PVC theremin diamond speaker project

Posted: 11/25/2009 11:17:39 PM
Thomas Grillo

From: Jackson Mississippi

Joined: 8/13/2006

Hi all,

I've finally found a bit of free time over the last few days in which to throw together my first theremin diamond speaker. It's made of PVC, and here are some pics of the progress which shows the diamond with only the speaker temporarily mounted to check ballance, and loading, and with the soundboard, which is plaxiglass, with some holographic sticky film covering it.

Posted: 11/26/2009 4:21:40 PM

From: Kansas City, Mo.

Joined: 8/23/2005

Looks cool!
Posted: 11/26/2009 6:02:18 PM
Thomas Grillo

From: Jackson Mississippi

Joined: 8/13/2006

Hi Kevin, Thanks. I still have some details I want to add, like art deco stuff for the corners to hide the fact that it's made of pvc pipe, as well as a new speaker. This speaker is from an old rms 100 amp, and it's cone's just about had it.

Happy thanksgiving! :)
Posted: 11/29/2009 1:39:00 PM
Thomas Grillo

From: Jackson Mississippi

Joined: 8/13/2006

I've added a few new pics of my latest progress. I've installed some black sequin fabric to the soundboard, and added a thin aluminum frame.
Posted: 11/29/2009 11:43:03 PM

Joined: 9/12/2009

Well it sure does look cool, Thomas!

Is it open-backed or do you have something covering the back of the speaker?

Posted: 11/30/2009 11:50:04 AM
Thomas Grillo

From: Jackson Mississippi

Joined: 8/13/2006


At the moment there is no baffle on the back of the speaker, but I'm wondering what this would do for the sound.

Posted: 11/30/2009 1:22:07 PM

From: Colmar, France

Joined: 12/31/2007

Theory: An open speaker without housing risks to produce less bass because there will be a kind of acoustic "short circuit" between the front and the rear radiated sound energy. This effect concerns frequencies below ca. 80Hz (depending on the speakers' size and his resonant frequency) which is rather not important for theremins. Building a case for a speaker is always a difficult compromise between frequency response, impulse response and size in order to get still something out below the speakers' own resonant frequency.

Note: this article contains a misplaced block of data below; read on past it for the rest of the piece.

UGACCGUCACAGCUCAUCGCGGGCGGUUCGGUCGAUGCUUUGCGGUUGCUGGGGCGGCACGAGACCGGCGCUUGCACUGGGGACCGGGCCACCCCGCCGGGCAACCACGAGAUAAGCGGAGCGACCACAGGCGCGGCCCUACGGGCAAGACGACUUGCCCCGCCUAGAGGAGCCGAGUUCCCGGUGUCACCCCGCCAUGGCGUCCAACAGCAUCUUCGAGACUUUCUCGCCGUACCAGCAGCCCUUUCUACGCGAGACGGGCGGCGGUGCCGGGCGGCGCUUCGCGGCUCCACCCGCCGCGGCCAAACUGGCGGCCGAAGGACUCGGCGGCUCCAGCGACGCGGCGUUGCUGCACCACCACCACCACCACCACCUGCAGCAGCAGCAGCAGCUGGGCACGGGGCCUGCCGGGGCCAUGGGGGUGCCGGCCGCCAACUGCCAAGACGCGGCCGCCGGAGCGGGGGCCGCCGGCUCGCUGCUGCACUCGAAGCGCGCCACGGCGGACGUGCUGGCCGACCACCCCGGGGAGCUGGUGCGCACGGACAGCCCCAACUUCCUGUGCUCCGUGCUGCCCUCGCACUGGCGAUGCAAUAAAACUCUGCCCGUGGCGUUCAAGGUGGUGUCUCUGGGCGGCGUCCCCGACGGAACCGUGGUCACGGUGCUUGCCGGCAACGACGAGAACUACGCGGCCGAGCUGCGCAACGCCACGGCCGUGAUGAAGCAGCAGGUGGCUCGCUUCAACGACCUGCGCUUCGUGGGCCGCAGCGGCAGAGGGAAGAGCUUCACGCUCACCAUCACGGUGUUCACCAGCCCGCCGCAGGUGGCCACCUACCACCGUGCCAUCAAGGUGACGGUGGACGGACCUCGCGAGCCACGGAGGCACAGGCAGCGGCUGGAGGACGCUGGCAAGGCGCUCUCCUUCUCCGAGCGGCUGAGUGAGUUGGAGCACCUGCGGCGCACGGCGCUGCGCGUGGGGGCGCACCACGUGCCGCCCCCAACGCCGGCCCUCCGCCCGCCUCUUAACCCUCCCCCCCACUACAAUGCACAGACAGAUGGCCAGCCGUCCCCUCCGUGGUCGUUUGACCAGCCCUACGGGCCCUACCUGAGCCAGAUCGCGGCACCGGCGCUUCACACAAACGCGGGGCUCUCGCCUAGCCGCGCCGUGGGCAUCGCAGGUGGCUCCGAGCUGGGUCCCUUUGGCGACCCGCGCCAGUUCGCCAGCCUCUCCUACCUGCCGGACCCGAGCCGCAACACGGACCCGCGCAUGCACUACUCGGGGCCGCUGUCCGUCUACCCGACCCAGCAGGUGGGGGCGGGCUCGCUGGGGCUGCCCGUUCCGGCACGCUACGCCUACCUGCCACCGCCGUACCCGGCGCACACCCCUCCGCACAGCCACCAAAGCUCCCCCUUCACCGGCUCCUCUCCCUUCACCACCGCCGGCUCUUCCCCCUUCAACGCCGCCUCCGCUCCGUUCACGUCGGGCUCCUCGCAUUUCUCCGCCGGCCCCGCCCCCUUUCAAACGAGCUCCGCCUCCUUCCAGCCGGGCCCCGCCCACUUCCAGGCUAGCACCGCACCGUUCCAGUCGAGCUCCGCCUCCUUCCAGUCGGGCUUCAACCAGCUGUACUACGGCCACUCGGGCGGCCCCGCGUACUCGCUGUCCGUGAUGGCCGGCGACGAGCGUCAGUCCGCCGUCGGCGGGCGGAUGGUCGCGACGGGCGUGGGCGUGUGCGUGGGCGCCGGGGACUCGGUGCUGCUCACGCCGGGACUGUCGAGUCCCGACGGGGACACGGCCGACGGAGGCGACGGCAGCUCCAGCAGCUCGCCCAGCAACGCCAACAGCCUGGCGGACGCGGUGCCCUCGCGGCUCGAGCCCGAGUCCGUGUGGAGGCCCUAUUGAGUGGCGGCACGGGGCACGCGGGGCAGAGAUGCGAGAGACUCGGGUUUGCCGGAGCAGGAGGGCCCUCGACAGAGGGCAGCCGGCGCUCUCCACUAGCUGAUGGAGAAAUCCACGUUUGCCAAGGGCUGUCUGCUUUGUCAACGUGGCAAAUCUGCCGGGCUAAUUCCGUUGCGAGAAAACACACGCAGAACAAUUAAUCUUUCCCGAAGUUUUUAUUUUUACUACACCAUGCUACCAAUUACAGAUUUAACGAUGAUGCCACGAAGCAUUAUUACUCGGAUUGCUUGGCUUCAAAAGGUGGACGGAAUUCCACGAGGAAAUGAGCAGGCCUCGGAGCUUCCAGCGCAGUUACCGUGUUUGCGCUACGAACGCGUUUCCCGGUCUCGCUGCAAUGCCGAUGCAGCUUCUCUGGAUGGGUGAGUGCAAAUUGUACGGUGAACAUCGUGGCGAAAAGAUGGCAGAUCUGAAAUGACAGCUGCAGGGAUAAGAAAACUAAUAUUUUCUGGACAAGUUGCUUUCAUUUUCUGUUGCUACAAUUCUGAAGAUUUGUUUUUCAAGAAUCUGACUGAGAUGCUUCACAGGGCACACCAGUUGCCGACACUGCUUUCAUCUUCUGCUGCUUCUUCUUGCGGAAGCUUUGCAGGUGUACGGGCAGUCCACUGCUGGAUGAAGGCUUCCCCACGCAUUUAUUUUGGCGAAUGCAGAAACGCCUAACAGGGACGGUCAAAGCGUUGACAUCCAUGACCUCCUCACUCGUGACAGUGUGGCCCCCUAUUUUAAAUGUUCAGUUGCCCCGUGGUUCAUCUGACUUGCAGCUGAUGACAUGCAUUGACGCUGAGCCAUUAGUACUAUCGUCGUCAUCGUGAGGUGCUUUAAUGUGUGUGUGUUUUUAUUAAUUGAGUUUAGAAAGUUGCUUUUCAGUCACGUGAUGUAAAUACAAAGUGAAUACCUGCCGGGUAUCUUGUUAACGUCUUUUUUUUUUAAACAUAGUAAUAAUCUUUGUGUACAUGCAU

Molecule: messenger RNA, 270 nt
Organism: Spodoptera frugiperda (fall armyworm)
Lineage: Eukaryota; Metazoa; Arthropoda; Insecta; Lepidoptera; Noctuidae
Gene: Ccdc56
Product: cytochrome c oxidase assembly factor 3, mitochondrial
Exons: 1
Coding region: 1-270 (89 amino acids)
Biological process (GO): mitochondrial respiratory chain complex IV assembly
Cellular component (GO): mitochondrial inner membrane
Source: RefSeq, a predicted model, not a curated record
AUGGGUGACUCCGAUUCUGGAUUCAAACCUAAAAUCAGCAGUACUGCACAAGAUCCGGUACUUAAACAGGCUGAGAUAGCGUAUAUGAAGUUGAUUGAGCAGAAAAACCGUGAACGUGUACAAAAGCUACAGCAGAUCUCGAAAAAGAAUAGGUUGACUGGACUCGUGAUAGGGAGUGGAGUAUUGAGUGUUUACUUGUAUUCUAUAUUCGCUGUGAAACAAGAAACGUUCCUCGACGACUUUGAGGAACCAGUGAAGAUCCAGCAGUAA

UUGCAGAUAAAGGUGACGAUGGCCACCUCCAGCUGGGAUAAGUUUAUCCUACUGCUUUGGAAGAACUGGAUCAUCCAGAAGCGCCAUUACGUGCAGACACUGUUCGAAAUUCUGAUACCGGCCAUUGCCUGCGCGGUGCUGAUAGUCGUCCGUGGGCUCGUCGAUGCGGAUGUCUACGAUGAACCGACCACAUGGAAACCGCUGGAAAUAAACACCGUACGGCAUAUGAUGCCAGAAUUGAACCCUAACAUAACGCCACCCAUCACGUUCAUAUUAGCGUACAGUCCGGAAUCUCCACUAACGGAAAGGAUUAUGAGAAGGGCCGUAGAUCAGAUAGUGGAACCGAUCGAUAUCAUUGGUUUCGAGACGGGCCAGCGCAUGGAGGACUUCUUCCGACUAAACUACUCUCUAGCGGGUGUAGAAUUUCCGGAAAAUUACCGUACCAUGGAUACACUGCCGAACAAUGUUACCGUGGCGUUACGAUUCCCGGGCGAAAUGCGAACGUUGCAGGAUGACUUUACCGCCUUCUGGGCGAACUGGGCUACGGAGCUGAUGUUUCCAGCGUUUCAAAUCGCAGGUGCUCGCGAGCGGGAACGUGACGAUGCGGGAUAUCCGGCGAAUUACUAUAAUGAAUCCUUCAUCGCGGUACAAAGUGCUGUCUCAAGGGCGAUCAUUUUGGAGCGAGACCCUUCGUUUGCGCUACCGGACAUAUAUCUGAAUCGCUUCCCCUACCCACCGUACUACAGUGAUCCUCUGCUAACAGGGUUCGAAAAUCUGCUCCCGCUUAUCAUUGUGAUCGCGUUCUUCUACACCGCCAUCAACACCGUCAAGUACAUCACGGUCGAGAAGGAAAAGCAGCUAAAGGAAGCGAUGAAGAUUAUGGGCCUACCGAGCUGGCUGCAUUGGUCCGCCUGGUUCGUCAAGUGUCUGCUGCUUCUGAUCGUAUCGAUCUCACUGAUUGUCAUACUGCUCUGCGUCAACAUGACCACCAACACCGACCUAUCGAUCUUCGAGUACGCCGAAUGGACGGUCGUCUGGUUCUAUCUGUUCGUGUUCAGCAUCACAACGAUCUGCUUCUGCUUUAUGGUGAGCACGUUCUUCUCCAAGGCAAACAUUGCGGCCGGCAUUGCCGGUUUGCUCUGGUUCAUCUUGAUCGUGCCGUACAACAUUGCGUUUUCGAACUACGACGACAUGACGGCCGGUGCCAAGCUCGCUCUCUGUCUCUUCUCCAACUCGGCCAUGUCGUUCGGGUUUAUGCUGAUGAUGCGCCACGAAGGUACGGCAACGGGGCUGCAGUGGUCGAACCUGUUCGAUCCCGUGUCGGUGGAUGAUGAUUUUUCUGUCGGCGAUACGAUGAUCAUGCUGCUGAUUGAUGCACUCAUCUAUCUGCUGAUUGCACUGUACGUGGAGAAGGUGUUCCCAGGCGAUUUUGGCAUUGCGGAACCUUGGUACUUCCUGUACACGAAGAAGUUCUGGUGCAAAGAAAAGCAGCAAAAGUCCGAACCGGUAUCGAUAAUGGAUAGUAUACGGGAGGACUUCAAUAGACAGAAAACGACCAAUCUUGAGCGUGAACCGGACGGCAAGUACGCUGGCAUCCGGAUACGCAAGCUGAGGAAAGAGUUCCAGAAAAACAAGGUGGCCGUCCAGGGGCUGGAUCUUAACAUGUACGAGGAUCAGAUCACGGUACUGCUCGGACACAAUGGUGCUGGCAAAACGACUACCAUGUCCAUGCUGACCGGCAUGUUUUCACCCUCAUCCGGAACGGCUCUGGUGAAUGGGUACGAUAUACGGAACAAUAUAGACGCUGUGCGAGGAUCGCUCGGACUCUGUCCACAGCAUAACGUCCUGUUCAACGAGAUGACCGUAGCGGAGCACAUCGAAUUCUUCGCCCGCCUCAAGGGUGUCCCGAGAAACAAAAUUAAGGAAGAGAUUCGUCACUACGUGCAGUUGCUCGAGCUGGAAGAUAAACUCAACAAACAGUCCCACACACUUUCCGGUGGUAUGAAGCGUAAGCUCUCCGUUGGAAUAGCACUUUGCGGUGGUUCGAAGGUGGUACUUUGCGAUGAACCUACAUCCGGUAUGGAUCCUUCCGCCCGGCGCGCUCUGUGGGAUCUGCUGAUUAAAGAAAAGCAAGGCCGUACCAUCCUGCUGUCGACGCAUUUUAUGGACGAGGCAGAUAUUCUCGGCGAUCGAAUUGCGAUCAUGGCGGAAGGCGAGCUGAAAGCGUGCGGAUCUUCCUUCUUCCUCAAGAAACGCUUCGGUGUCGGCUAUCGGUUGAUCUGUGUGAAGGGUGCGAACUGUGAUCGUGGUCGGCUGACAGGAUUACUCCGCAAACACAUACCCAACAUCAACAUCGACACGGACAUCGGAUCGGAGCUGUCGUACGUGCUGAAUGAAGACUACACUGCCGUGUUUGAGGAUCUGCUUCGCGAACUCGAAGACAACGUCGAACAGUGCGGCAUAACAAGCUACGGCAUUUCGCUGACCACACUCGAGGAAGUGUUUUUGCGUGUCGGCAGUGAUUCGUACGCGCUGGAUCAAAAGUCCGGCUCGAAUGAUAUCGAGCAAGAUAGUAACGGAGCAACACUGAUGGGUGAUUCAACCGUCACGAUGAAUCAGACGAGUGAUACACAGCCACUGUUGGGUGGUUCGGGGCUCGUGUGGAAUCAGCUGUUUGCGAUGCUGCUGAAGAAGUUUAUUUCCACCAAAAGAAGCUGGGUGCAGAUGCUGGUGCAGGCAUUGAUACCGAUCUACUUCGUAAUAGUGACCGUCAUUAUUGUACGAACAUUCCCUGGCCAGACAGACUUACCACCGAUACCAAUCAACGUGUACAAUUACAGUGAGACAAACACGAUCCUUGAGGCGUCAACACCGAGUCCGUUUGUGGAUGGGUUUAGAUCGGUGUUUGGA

So a mounting panel (which partially reduces this short circuit effect without modifying the speakers' frequency and impulse response) seems to be the best solution for a theremin.
Posted: 11/30/2009 7:09:41 PM
Thomas Grillo

From: Jackson Mississippi

Joined: 8/13/2006

Thiery, Thanks for the information. I'll certainly go for an enclosure on the back side of the speaker now. :)
Posted: 11/30/2009 8:00:34 PM

From: Canada

Joined: 8/1/2008

Thomas, what Thierry says regarding the cancellation of certain frequencies when a baffle is NOT used with a speaker is correct, but this is not necessarily a bad thing. It depends on the qualities you want your sound to have.

I don't use a baffle on my theremin speakers because I like the more delicate "human" tone of the naked cone. Don't forget, the resonating chamber of a human soprano, including the throat, mouth and nasal cavities, is not quite as big as a pint of milk.

Ideally, you should have more than one speaker, then you could switch according to the piece you're playing and the acoustic effect you want the music to have on your listeners.

I have found that the sound of a theremin is often more "alive" when it is tender and fragile. A speaker/amp array that is perfect for a keyboard synth or an electric guitar is not necessarily ideal for a theremin.

It's just something to think about.

Remember: LESS IS MORE

Posted: 11/30/2009 9:48:23 PM
Thomas Grillo

From: Jackson Mississippi

Joined: 8/13/2006

Coalport, I see what you mean. While playing without a baffle, I noticed a trade-off from cello like to more high voice-like tonal charactor.

I just tried a cardboard shell behind the speaker, and I did notice less "delicate' qualities, and a bit stronger mid / bass charactor come in that was never there when I had my speaker still on it's old board behind me.

Thanks for the information. :)

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